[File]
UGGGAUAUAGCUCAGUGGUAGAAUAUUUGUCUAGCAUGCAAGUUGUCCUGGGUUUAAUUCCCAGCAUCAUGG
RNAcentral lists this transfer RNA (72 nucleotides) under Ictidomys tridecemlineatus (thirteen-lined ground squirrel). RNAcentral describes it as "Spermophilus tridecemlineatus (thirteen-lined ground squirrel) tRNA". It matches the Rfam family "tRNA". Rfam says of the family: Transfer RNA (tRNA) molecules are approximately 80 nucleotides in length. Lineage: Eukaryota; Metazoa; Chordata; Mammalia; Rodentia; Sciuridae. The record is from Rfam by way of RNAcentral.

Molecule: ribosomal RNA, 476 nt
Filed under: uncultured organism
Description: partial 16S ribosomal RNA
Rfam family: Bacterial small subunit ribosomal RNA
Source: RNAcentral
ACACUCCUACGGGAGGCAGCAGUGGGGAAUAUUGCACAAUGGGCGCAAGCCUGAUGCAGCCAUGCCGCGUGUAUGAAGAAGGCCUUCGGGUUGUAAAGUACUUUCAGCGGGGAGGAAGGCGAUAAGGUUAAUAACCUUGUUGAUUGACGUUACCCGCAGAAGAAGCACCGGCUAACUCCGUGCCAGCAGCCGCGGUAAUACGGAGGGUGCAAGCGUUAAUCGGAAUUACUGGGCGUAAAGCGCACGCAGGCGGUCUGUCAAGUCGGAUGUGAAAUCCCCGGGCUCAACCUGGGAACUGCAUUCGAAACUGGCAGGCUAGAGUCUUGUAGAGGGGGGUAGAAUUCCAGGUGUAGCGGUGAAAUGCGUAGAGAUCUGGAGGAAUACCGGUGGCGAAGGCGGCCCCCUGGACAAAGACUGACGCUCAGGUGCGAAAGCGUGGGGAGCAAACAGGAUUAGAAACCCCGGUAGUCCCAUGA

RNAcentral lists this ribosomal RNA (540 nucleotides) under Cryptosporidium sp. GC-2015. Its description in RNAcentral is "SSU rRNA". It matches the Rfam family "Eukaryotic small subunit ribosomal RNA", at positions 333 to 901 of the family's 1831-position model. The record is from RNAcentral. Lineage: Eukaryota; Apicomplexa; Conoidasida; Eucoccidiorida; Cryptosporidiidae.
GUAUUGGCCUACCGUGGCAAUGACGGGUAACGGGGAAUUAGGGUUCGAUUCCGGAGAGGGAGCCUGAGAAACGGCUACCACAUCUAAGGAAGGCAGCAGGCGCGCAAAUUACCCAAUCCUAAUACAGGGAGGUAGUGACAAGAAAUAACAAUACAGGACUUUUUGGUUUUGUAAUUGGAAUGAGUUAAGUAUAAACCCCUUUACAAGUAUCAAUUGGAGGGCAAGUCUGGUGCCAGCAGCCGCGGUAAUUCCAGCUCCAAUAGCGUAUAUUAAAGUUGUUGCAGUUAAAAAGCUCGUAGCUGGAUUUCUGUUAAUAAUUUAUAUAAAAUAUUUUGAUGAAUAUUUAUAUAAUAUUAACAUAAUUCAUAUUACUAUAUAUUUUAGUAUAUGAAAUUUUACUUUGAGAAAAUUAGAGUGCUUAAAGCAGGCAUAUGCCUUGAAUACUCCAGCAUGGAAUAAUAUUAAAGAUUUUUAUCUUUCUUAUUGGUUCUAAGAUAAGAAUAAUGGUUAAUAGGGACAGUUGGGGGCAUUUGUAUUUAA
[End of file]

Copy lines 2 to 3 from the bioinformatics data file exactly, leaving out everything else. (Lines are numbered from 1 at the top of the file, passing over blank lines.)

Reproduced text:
RNAcentral lists this transfer RNA (72 nucleotides) under Ictidomys tridecemlineatus (thirteen-lined ground squirrel). RNAcentral describes it as "Spermophilus tridecemlineatus (thirteen-lined ground squirrel) tRNA". It matches the Rfam family "tRNA". Rfam says of the family: Transfer RNA (tRNA) molecules are approximately 80 nucleotides in length. Lineage: Eukaryota; Metazoa; Chordata; Mammalia; Rodentia; Sciuridae. The record is from Rfam by way of RNAcentral.

Molecule: ribosomal RNA, 476 nt